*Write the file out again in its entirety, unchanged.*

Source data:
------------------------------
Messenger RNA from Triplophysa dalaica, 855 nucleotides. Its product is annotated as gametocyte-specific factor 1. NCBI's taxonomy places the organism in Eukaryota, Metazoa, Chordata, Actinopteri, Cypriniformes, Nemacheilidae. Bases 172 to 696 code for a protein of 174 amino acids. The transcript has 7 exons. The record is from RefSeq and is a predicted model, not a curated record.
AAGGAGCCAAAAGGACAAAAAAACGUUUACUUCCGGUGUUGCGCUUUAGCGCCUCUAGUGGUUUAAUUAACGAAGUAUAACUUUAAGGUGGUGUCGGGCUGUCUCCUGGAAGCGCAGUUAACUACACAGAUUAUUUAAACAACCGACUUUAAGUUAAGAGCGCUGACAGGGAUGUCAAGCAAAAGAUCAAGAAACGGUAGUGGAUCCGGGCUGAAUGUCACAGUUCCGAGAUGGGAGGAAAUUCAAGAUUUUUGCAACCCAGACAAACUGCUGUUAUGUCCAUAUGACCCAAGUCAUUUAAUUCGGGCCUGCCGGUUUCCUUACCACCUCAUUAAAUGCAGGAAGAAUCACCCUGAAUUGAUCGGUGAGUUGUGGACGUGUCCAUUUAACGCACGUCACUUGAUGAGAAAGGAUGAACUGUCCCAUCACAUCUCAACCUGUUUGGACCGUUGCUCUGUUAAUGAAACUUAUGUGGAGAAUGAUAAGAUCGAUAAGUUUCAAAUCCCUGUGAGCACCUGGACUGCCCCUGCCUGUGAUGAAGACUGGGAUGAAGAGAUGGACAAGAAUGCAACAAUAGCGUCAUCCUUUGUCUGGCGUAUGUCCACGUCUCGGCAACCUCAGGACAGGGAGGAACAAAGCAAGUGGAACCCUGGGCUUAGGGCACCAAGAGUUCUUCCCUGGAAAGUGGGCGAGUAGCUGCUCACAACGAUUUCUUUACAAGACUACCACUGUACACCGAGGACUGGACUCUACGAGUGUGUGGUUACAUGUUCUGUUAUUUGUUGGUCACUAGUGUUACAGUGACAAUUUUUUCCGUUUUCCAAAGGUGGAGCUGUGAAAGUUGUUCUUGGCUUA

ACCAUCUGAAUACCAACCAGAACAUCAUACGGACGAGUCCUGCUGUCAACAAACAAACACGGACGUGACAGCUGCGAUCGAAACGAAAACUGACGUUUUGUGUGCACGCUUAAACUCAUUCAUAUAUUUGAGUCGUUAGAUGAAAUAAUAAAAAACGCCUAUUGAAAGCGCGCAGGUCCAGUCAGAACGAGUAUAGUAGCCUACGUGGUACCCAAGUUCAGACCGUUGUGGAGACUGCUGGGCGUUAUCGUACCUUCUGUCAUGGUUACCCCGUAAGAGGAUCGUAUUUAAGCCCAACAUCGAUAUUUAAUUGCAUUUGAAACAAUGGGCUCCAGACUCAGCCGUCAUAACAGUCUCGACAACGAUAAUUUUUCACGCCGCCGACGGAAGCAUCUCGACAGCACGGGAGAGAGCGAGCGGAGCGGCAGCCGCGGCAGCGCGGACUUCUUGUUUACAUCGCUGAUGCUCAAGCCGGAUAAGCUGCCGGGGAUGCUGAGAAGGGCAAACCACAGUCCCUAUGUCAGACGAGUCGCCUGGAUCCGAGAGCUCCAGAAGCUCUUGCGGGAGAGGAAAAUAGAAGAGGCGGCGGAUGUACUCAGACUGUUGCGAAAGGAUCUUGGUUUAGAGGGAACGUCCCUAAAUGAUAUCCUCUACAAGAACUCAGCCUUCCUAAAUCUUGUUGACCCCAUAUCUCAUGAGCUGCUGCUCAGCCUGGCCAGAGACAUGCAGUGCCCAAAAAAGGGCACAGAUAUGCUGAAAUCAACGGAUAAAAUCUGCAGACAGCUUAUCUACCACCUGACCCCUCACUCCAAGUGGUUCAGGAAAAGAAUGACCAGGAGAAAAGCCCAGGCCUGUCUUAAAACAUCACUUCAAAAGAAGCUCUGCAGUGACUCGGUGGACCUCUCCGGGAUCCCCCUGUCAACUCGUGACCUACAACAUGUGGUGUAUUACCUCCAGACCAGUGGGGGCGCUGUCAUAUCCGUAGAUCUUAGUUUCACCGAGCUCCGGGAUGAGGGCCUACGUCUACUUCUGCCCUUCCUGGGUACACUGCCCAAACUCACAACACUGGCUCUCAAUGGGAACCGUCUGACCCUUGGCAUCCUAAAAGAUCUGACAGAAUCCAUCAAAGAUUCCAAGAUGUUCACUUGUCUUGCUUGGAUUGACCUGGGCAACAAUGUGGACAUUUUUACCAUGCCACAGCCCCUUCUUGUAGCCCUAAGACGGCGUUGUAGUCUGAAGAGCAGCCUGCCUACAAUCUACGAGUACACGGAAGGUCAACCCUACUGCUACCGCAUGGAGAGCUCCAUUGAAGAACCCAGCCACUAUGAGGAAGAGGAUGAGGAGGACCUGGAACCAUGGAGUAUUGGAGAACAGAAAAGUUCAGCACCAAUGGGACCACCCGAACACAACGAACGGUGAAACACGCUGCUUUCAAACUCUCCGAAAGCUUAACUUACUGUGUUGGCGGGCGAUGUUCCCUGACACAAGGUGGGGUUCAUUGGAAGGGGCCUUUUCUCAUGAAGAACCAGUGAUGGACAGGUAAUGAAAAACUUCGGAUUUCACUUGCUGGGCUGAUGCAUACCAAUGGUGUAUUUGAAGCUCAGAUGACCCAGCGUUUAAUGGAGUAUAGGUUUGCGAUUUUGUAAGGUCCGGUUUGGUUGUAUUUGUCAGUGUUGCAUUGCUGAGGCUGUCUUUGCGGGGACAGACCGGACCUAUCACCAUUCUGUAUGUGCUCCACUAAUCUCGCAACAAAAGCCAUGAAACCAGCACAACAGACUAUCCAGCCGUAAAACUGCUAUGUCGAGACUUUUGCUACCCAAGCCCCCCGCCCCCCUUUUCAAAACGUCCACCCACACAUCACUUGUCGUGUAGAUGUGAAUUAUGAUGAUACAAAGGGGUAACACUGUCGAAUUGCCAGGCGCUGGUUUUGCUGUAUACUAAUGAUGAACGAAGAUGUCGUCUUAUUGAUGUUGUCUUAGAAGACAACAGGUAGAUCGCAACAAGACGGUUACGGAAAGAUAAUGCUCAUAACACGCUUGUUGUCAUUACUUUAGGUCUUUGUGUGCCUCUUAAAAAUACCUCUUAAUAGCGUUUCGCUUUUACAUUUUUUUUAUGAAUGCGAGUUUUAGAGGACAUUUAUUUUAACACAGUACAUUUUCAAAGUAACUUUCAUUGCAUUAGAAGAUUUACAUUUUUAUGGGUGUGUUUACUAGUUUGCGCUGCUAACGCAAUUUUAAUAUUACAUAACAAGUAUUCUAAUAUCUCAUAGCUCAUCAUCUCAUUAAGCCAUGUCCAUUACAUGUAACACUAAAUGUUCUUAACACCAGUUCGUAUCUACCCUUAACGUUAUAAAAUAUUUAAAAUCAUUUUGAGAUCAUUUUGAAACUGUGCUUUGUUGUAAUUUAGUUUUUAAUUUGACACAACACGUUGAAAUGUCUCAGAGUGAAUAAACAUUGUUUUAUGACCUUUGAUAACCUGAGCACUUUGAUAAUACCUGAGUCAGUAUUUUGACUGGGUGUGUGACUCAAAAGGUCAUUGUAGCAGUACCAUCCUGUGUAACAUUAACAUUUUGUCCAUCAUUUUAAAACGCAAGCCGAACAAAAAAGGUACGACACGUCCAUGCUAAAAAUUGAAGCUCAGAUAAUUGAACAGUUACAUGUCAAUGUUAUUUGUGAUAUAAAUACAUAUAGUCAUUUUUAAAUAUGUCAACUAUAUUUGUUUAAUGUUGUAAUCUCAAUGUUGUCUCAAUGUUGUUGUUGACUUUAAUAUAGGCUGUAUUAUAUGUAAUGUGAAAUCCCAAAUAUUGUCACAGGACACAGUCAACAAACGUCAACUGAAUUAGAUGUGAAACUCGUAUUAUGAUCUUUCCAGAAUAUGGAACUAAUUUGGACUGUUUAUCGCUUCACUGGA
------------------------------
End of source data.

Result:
Messenger RNA from Triplophysa dalaica, 855 nucleotides. Its product is annotated as gametocyte-specific factor 1. NCBI's taxonomy places the organism in Eukaryota, Metazoa, Chordata, Actinopteri, Cypriniformes, Nemacheilidae. Bases 172 to 696 code for a protein of 174 amino acids. The transcript has 7 exons. The record is from RefSeq and is a predicted model, not a curated record.
AAGGAGCCAAAAGGACAAAAAAACGUUUACUUCCGGUGUUGCGCUUUAGCGCCUCUAGUGGUUUAAUUAACGAAGUAUAACUUUAAGGUGGUGUCGGGCUGUCUCCUGGAAGCGCAGUUAACUACACAGAUUAUUUAAACAACCGACUUUAAGUUAAGAGCGCUGACAGGGAUGUCAAGCAAAAGAUCAAGAAACGGUAGUGGAUCCGGGCUGAAUGUCACAGUUCCGAGAUGGGAGGAAAUUCAAGAUUUUUGCAACCCAGACAAACUGCUGUUAUGUCCAUAUGACCCAAGUCAUUUAAUUCGGGCCUGCCGGUUUCCUUACCACCUCAUUAAAUGCAGGAAGAAUCACCCUGAAUUGAUCGGUGAGUUGUGGACGUGUCCAUUUAACGCACGUCACUUGAUGAGAAAGGAUGAACUGUCCCAUCACAUCUCAACCUGUUUGGACCGUUGCUCUGUUAAUGAAACUUAUGUGGAGAAUGAUAAGAUCGAUAAGUUUCAAAUCCCUGUGAGCACCUGGACUGCCCCUGCCUGUGAUGAAGACUGGGAUGAAGAGAUGGACAAGAAUGCAACAAUAGCGUCAUCCUUUGUCUGGCGUAUGUCCACGUCUCGGCAACCUCAGGACAGGGAGGAACAAAGCAAGUGGAACCCUGGGCUUAGGGCACCAAGAGUUCUUCCCUGGAAAGUGGGCGAGUAGCUGCUCACAACGAUUUCUUUACAAGACUACCACUGUACACCGAGGACUGGACUCUACGAGUGUGUGGUUACAUGUUCUGUUAUUUGUUGGUCACUAGUGUUACAGUGACAAUUUUUUCCGUUUUCCAAAGGUGGAGCUGUGAAAGUUGUUCUUGGCUUA

ACCAUCUGAAUACCAACCAGAACAUCAUACGGACGAGUCCUGCUGUCAACAAACAAACACGGACGUGACAGCUGCGAUCGAAACGAAAACUGACGUUUUGUGUGCACGCUUAAACUCAUUCAUAUAUUUGAGUCGUUAGAUGAAAUAAUAAAAAACGCCUAUUGAAAGCGCGCAGGUCCAGUCAGAACGAGUAUAGUAGCCUACGUGGUACCCAAGUUCAGACCGUUGUGGAGACUGCUGGGCGUUAUCGUACCUUCUGUCAUGGUUACCCCGUAAGAGGAUCGUAUUUAAGCCCAACAUCGAUAUUUAAUUGCAUUUGAAACAAUGGGCUCCAGACUCAGCCGUCAUAACAGUCUCGACAACGAUAAUUUUUCACGCCGCCGACGGAAGCAUCUCGACAGCACGGGAGAGAGCGAGCGGAGCGGCAGCCGCGGCAGCGCGGACUUCUUGUUUACAUCGCUGAUGCUCAAGCCGGAUAAGCUGCCGGGGAUGCUGAGAAGGGCAAACCACAGUCCCUAUGUCAGACGAGUCGCCUGGAUCCGAGAGCUCCAGAAGCUCUUGCGGGAGAGGAAAAUAGAAGAGGCGGCGGAUGUACUCAGACUGUUGCGAAAGGAUCUUGGUUUAGAGGGAACGUCCCUAAAUGAUAUCCUCUACAAGAACUCAGCCUUCCUAAAUCUUGUUGACCCCAUAUCUCAUGAGCUGCUGCUCAGCCUGGCCAGAGACAUGCAGUGCCCAAAAAAGGGCACAGAUAUGCUGAAAUCAACGGAUAAAAUCUGCAGACAGCUUAUCUACCACCUGACCCCUCACUCCAAGUGGUUCAGGAAAAGAAUGACCAGGAGAAAAGCCCAGGCCUGUCUUAAAACAUCACUUCAAAAGAAGCUCUGCAGUGACUCGGUGGACCUCUCCGGGAUCCCCCUGUCAACUCGUGACCUACAACAUGUGGUGUAUUACCUCCAGACCAGUGGGGGCGCUGUCAUAUCCGUAGAUCUUAGUUUCACCGAGCUCCGGGAUGAGGGCCUACGUCUACUUCUGCCCUUCCUGGGUACACUGCCCAAACUCACAACACUGGCUCUCAAUGGGAACCGUCUGACCCUUGGCAUCCUAAAAGAUCUGACAGAAUCCAUCAAAGAUUCCAAGAUGUUCACUUGUCUUGCUUGGAUUGACCUGGGCAACAAUGUGGACAUUUUUACCAUGCCACAGCCCCUUCUUGUAGCCCUAAGACGGCGUUGUAGUCUGAAGAGCAGCCUGCCUACAAUCUACGAGUACACGGAAGGUCAACCCUACUGCUACCGCAUGGAGAGCUCCAUUGAAGAACCCAGCCACUAUGAGGAAGAGGAUGAGGAGGACCUGGAACCAUGGAGUAUUGGAGAACAGAAAAGUUCAGCACCAAUGGGACCACCCGAACACAACGAACGGUGAAACACGCUGCUUUCAAACUCUCCGAAAGCUUAACUUACUGUGUUGGCGGGCGAUGUUCCCUGACACAAGGUGGGGUUCAUUGGAAGGGGCCUUUUCUCAUGAAGAACCAGUGAUGGACAGGUAAUGAAAAACUUCGGAUUUCACUUGCUGGGCUGAUGCAUACCAAUGGUGUAUUUGAAGCUCAGAUGACCCAGCGUUUAAUGGAGUAUAGGUUUGCGAUUUUGUAAGGUCCGGUUUGGUUGUAUUUGUCAGUGUUGCAUUGCUGAGGCUGUCUUUGCGGGGACAGACCGGACCUAUCACCAUUCUGUAUGUGCUCCACUAAUCUCGCAACAAAAGCCAUGAAACCAGCACAACAGACUAUCCAGCCGUAAAACUGCUAUGUCGAGACUUUUGCUACCCAAGCCCCCCGCCCCCCUUUUCAAAACGUCCACCCACACAUCACUUGUCGUGUAGAUGUGAAUUAUGAUGAUACAAAGGGGUAACACUGUCGAAUUGCCAGGCGCUGGUUUUGCUGUAUACUAAUGAUGAACGAAGAUGUCGUCUUAUUGAUGUUGUCUUAGAAGACAACAGGUAGAUCGCAACAAGACGGUUACGGAAAGAUAAUGCUCAUAACACGCUUGUUGUCAUUACUUUAGGUCUUUGUGUGCCUCUUAAAAAUACCUCUUAAUAGCGUUUCGCUUUUACAUUUUUUUUAUGAAUGCGAGUUUUAGAGGACAUUUAUUUUAACACAGUACAUUUUCAAAGUAACUUUCAUUGCAUUAGAAGAUUUACAUUUUUAUGGGUGUGUUUACUAGUUUGCGCUGCUAACGCAAUUUUAAUAUUACAUAACAAGUAUUCUAAUAUCUCAUAGCUCAUCAUCUCAUUAAGCCAUGUCCAUUACAUGUAACACUAAAUGUUCUUAACACCAGUUCGUAUCUACCCUUAACGUUAUAAAAUAUUUAAAAUCAUUUUGAGAUCAUUUUGAAACUGUGCUUUGUUGUAAUUUAGUUUUUAAUUUGACACAACACGUUGAAAUGUCUCAGAGUGAAUAAACAUUGUUUUAUGACCUUUGAUAACCUGAGCACUUUGAUAAUACCUGAGUCAGUAUUUUGACUGGGUGUGUGACUCAAAAGGUCAUUGUAGCAGUACCAUCCUGUGUAACAUUAACAUUUUGUCCAUCAUUUUAAAACGCAAGCCGAACAAAAAAGGUACGACACGUCCAUGCUAAAAAUUGAAGCUCAGAUAAUUGAACAGUUACAUGUCAAUGUUAUUUGUGAUAUAAAUACAUAUAGUCAUUUUUAAAUAUGUCAACUAUAUUUGUUUAAUGUUGUAAUCUCAAUGUUGUCUCAAUGUUGUUGUUGACUUUAAUAUAGGCUGUAUUAUAUGUAAUGUGAAAUCCCAAAUAUUGUCACAGGACACAGUCAACAAACGUCAACUGAAUUAGAUGUGAAACUCGUAUUAUGAUCUUUCCAGAAUAUGGAACUAAUUUGGACUGUUUAUCGCUUCACUGGA